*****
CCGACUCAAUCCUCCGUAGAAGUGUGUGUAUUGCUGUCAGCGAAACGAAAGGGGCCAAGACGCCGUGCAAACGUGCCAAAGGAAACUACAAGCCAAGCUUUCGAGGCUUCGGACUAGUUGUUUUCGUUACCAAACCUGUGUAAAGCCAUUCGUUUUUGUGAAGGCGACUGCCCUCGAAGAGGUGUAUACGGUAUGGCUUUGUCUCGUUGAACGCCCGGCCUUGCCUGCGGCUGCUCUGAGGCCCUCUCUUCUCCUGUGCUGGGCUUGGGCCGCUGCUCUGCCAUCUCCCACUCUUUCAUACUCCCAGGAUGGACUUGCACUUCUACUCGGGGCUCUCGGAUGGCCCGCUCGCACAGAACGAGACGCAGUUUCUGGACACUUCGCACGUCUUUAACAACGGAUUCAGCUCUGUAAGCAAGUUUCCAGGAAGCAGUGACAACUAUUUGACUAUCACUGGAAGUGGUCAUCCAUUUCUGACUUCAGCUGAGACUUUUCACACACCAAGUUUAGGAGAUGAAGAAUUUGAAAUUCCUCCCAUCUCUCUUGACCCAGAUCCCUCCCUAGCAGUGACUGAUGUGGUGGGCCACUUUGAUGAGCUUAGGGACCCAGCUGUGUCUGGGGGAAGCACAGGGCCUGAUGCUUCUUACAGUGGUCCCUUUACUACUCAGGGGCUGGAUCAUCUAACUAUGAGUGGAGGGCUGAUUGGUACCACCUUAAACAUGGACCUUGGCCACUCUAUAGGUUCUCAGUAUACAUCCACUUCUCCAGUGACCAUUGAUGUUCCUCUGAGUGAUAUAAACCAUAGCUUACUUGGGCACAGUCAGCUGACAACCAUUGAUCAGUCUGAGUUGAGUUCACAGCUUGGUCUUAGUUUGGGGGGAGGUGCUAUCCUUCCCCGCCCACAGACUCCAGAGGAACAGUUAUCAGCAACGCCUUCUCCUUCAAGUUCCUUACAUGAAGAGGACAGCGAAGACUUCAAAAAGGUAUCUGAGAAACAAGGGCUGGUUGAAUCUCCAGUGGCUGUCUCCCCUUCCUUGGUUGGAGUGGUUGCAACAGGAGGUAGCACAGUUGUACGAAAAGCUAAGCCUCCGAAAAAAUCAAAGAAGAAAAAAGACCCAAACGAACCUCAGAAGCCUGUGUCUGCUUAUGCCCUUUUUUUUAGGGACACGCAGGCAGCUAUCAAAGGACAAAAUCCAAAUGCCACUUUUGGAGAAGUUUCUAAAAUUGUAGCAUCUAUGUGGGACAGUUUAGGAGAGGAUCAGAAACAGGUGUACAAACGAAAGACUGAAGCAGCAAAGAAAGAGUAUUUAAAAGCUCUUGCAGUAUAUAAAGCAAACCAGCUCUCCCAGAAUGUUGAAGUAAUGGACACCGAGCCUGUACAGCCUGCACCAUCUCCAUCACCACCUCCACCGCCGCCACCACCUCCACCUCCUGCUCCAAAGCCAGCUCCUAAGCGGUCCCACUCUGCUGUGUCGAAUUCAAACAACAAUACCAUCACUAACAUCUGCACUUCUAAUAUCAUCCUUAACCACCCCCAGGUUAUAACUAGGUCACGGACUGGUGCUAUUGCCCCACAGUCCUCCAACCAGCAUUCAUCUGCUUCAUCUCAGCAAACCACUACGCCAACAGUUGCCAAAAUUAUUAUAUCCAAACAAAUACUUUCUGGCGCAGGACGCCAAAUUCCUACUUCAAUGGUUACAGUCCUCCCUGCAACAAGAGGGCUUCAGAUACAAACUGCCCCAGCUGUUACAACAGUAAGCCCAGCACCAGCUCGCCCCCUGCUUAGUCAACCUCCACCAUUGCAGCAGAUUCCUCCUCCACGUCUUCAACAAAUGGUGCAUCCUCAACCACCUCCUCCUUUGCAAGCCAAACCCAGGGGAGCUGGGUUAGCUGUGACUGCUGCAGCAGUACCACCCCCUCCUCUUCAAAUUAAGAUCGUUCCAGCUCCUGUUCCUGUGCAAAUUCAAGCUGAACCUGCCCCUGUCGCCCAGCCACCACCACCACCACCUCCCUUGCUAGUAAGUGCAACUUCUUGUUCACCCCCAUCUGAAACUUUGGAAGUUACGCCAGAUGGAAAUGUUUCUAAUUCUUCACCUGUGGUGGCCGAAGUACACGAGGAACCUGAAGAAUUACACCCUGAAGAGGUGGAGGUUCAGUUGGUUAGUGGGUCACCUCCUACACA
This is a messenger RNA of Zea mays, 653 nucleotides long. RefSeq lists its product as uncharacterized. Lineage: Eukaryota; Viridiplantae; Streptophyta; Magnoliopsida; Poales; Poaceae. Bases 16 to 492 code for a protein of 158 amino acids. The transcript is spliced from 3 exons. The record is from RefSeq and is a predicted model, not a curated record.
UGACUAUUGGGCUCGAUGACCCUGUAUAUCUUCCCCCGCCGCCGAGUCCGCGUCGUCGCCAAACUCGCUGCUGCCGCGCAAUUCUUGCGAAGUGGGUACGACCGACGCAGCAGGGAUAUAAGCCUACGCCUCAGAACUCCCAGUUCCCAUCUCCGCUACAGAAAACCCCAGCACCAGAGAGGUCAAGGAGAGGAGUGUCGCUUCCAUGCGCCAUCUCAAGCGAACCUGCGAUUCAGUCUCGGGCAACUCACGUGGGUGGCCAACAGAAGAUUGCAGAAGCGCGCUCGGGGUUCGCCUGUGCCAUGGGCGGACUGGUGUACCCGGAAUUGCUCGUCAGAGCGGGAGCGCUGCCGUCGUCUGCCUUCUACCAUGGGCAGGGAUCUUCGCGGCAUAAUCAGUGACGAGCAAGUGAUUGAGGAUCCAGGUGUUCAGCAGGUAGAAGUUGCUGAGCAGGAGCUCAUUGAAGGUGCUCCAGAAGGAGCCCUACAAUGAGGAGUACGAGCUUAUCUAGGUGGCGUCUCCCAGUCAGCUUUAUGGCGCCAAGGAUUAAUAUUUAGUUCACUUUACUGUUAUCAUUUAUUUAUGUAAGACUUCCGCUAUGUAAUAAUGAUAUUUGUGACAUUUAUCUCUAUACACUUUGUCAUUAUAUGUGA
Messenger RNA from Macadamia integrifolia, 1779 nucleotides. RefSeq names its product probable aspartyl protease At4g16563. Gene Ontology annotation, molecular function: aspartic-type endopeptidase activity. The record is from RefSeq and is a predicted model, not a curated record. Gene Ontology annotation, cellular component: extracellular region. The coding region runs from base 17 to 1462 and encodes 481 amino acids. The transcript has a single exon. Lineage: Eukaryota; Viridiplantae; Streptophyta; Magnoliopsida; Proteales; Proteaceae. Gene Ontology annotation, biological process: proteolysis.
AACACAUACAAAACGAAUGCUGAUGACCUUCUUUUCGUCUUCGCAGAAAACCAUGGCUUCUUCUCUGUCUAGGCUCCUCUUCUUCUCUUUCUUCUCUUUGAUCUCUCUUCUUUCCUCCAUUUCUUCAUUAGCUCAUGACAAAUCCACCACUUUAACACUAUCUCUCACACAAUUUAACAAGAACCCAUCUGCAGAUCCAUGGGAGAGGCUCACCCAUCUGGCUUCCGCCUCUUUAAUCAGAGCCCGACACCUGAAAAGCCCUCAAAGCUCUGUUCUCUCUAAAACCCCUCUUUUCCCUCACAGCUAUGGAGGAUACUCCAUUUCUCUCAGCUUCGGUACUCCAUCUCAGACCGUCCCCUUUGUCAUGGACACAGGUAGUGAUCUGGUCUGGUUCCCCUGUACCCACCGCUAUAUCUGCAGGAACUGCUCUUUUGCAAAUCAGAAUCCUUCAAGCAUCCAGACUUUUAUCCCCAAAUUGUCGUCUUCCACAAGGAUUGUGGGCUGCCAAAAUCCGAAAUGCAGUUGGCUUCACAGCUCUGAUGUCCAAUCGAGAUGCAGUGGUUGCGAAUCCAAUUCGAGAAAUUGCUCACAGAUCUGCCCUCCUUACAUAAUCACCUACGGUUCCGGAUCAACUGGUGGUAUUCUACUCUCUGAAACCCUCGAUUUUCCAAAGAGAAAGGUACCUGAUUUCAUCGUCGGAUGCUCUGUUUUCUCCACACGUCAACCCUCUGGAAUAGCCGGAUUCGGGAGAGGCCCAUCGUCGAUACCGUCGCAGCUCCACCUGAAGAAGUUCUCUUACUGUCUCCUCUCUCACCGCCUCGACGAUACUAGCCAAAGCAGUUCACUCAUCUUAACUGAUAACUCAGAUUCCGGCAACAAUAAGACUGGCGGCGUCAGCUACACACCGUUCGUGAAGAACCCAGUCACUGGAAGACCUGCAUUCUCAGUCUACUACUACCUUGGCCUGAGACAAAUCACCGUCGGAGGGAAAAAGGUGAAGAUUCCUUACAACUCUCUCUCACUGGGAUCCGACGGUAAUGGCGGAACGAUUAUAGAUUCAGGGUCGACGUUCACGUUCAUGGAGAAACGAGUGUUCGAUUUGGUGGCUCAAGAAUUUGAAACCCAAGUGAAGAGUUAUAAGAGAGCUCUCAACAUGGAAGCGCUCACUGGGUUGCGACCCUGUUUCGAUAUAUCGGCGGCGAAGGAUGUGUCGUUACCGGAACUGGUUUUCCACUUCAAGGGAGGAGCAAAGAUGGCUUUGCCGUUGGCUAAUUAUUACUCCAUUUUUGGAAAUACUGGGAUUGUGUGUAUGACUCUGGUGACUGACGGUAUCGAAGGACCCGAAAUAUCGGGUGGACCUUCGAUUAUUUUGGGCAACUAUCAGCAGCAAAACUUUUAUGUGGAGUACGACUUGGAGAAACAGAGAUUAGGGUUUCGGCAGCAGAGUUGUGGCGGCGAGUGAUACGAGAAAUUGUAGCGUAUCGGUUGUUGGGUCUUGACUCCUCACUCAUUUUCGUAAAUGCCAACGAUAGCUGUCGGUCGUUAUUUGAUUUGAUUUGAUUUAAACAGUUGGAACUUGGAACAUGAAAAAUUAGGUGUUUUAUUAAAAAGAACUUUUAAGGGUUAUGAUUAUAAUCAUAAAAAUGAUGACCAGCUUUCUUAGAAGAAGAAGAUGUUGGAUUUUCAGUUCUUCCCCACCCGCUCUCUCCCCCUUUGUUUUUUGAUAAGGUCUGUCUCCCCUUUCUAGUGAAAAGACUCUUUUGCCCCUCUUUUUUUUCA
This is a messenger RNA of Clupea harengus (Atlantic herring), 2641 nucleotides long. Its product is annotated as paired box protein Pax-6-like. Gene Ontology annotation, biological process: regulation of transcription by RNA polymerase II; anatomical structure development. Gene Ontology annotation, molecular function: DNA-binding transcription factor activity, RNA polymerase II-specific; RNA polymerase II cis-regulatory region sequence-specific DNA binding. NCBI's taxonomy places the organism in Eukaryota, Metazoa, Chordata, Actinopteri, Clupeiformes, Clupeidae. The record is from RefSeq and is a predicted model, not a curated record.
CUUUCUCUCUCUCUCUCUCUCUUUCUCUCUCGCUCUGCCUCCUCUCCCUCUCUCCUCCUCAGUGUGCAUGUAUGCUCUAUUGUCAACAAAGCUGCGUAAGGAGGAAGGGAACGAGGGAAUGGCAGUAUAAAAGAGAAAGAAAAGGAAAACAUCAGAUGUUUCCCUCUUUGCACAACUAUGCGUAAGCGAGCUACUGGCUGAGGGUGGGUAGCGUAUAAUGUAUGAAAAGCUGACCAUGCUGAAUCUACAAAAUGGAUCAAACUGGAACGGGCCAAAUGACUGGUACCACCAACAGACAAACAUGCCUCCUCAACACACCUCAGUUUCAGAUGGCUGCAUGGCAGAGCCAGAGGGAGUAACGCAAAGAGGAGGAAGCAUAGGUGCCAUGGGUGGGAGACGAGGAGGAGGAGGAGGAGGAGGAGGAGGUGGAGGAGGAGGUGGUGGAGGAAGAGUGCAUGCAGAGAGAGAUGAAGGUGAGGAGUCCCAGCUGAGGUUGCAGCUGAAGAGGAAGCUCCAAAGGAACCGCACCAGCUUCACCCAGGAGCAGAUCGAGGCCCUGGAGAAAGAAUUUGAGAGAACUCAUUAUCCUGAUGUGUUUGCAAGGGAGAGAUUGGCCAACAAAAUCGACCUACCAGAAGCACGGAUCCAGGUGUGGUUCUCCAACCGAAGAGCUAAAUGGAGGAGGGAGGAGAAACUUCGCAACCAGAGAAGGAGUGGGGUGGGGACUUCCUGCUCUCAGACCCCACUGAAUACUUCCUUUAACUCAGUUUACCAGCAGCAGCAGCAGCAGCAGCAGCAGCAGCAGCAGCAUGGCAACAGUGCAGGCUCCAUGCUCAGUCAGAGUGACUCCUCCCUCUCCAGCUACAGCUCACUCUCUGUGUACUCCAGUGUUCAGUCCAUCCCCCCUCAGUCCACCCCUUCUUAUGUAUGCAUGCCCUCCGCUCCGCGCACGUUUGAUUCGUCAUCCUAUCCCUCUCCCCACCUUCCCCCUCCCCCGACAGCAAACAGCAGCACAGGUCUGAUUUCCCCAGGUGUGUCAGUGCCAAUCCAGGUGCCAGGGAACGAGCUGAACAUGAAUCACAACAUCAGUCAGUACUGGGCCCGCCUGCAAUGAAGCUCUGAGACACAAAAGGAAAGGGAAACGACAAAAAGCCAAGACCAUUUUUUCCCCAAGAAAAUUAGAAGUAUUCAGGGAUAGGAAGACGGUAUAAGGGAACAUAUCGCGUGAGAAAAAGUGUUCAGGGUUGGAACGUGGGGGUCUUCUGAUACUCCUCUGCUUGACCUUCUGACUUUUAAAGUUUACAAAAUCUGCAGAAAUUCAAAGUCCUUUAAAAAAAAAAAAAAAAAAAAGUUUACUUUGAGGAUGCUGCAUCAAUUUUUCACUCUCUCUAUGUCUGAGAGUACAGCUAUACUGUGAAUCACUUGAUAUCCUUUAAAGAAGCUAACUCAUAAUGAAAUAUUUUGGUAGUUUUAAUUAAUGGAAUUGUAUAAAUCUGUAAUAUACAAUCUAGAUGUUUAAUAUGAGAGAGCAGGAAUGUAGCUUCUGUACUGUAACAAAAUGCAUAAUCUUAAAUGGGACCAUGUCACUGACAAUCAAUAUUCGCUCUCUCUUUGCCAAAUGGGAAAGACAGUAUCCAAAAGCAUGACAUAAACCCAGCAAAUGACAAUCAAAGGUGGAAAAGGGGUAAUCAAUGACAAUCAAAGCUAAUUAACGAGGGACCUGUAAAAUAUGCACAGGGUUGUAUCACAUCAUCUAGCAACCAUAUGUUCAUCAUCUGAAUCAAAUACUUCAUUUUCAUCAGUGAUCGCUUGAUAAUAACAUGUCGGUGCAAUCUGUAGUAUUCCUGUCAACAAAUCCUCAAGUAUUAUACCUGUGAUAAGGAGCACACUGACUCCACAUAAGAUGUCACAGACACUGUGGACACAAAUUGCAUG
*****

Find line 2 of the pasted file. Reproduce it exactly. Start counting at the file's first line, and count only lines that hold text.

This is a messenger RNA of Zea mays, 653 nucleotides long. RefSeq lists its product as uncharacterized. Lineage: Eukaryota; Viridiplantae; Streptophyta; Magnoliopsida; Poales; Poaceae. Bases 16 to 492 code for a protein of 158 amino acids. The transcript is spliced from 3 exons. The record is from RefSeq and is a predicted model, not a curated record.